Can I Get A DUI Riding An Off-Road Vehicle (ORV) On Private Property?

Can I Get A DUI Riding An Off-Road Vehicle (ORV) On Private Property?

A person may be charged for a variety of things, but the better question is whether a person can be “lawfully” charged and can the charge be lawfully proven?  Like many questions of law, the answer

A person may be charged for a variety of things, but the better question is whether a person can be “lawfully” charged and can the charge be lawfully proven?  Like many questions of law, the answer depends on the specific facts of each case.  For our purposes, assume the facts are as stated in the title: DUI on private property, while riding / operating a ORV.

The charged with DUI is found RCW 46.61.502.  In addition, there are two concurrent statues in the State of Washington dealing with individuals driving / operating an off-road vehicle while under the influence of intoxicating liquor.

As a result, where a special statute punishes conduct that is punished under a general statute the special statute applies and the accused can be legally charged only under that specific statute.  In the case of State v. Williams, 62 Wash.App. 748, 815 P.2d 825 (1991). the Washington Supreme Court recognized this rule has a longstanding tradition in Washington, as the Court wrote that:

[Previously], we stated: “The rule is that where general and special laws are concurrent, the special law applies to the subject matter contemplated by it to the exclusion of the general. Furthermore, the threshold question is whether the two statutes proscribe the same conduct.

In our case, the general statute is the DUI charge under RCW 46.61.502 (a gross misdemeanor) and the specific statute is the Operation of a Off-Road Vehicle While Under The Influence RCW 46.09.120(2) (a misdemeanor).  To further determine this, RCW 46.04.370 defines an “Operator or Driver as “every person who drives or is in actual physical control of a vehicle.  And more specifically, RCW 46.09.020(14) reads “Operator” means each person who operates, or is in physical control of, any non-highway vehicle.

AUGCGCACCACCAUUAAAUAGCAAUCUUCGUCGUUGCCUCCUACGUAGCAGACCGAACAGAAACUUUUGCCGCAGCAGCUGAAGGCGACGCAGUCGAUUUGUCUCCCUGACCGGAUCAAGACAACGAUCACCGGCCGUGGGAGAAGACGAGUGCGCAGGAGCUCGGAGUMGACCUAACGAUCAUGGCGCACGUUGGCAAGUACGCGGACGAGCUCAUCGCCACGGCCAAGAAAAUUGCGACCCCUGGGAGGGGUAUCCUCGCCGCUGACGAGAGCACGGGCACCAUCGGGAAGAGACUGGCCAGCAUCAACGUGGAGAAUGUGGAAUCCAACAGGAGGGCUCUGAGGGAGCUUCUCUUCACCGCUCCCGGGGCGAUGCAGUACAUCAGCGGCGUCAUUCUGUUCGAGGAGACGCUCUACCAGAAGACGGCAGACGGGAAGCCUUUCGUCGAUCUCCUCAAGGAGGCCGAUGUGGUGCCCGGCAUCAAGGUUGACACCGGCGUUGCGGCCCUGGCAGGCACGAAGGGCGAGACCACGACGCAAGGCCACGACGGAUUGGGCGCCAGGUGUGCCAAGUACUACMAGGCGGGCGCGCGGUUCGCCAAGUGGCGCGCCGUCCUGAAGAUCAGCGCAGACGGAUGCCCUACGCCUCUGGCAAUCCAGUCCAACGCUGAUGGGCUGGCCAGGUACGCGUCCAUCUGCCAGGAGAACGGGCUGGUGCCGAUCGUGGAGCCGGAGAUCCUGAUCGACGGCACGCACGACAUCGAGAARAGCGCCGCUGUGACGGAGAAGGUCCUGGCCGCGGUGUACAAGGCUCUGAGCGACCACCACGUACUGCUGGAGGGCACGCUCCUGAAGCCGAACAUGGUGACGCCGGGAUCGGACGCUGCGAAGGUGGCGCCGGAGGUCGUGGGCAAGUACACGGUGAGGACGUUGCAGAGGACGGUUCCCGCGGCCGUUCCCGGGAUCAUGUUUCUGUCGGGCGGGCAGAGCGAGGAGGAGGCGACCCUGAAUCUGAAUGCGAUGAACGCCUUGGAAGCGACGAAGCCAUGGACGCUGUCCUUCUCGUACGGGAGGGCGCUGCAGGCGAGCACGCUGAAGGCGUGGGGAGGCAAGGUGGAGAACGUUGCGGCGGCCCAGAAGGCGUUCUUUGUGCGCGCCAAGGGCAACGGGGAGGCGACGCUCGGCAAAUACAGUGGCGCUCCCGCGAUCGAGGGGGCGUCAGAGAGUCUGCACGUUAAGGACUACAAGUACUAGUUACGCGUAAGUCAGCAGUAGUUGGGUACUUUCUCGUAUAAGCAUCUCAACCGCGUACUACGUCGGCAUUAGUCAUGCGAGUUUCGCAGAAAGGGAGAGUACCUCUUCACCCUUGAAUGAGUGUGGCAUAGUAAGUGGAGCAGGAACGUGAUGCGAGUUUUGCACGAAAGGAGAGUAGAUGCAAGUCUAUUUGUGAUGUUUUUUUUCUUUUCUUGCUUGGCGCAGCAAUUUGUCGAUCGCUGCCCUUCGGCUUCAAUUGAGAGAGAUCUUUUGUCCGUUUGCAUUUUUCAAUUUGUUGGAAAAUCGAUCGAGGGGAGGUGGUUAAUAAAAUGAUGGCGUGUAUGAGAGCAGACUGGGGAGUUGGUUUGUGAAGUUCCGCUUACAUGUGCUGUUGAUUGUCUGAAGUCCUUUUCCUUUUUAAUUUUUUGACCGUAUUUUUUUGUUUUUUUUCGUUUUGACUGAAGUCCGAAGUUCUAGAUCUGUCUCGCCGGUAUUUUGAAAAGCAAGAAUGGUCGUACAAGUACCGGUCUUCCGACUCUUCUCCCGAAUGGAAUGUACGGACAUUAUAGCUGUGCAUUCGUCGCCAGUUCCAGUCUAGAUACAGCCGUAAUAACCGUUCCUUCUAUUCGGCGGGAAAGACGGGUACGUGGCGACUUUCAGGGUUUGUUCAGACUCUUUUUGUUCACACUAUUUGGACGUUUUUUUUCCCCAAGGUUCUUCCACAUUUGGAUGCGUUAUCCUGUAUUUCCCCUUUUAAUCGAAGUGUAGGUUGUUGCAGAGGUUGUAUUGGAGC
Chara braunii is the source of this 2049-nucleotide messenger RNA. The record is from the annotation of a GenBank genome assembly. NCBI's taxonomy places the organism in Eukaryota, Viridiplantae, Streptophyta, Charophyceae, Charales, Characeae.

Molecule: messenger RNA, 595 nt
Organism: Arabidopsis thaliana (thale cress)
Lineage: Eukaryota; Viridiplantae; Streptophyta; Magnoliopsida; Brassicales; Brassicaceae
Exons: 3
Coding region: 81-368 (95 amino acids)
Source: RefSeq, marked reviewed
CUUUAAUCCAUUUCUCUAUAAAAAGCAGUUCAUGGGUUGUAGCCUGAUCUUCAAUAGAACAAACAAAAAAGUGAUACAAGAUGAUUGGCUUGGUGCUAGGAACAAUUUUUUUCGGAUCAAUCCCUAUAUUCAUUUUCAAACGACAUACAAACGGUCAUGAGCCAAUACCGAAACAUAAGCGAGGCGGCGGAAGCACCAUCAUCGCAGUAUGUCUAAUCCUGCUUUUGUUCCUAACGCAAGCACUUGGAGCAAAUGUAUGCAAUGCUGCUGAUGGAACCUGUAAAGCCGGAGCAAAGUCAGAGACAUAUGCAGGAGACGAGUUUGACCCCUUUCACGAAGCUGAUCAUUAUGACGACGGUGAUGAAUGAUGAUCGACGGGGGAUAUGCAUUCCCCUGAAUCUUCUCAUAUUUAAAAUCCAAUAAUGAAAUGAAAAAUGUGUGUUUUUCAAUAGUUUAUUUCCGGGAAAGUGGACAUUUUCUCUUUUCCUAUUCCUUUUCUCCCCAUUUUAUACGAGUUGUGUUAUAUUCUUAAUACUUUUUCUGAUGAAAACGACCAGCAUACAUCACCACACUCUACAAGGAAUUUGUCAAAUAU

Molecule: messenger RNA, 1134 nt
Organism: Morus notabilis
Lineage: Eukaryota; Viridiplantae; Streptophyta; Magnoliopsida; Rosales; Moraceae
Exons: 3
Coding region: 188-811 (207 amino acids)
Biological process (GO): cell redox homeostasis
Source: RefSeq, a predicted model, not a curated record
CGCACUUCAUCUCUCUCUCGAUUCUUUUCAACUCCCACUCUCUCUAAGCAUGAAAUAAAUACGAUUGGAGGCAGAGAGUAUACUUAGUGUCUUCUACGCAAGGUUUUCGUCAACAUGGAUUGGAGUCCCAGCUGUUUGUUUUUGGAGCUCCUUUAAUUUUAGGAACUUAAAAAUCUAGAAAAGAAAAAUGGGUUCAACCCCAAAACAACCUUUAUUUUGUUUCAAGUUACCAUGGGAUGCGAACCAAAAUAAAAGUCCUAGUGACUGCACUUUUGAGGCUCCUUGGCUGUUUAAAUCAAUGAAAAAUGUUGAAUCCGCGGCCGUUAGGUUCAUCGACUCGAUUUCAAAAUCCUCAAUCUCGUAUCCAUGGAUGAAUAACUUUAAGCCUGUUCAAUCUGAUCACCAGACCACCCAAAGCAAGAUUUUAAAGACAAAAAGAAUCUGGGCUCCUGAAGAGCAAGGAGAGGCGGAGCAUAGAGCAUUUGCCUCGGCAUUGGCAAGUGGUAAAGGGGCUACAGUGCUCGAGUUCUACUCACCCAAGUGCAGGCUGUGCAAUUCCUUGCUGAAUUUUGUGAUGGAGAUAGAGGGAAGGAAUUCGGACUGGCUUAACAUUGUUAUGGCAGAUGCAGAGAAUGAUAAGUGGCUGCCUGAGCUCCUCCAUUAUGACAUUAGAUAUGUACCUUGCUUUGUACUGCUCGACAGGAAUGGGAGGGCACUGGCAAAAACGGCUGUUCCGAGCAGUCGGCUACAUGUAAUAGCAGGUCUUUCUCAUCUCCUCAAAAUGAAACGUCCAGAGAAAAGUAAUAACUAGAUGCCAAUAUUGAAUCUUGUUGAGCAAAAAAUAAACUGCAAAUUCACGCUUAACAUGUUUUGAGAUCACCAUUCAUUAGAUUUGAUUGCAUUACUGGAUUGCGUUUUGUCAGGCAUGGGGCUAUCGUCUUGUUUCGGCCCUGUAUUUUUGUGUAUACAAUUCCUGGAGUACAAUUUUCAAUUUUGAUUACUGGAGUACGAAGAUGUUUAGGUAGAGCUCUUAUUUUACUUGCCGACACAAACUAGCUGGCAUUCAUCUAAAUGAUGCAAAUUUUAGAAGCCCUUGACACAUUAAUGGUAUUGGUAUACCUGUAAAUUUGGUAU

Both RCW 46.61.502 AND 46.09.120 offenses have identical language stating that it is unlawful for any person to drive while under the influence of intoxicating liquor.  See RCW 46.61.502(b) and RCW 46.09.120(2).

Given that RCW 46.61.502 references the general term of “motor vehicle”  and a off-road vehicle [ORV] is included in the general definition of “vehicle” and “motor vehicle” under RCW 46.04.670, RCW 46.04.320 and RCW 46.09.020 respectively there is no question that the general statute covers the ORV.

Furthermore, in Washington caselaw, the state Toxicologist concluded that there was an abundance of scientific support to indicate that with an alcohol level of 0.10%, all persons are significantly affected and under the influence of alcohol, and any person who drives a vehicle with a blood alcohol content that is .10 or greater within two hours after driving poses an unreasonable risk to the safety of the public.  In July 1998, the National Highway Traffic Safety Commission published “Effects ofLow Doses of Alcohol and Driving Related Skills: A Review of the Evidence.”  This study concluded that evidence of impairment at alcohol concentrations of .05 and higher with respect to reaction time, tracking, concentrated attention, divided attention, information processing,, vision, perception, psychomotor performance and on various driver performance measures.  This study concluded that no “safe” limit of alcohol level other than zero can be placed in alcohol impairment of driving related skills.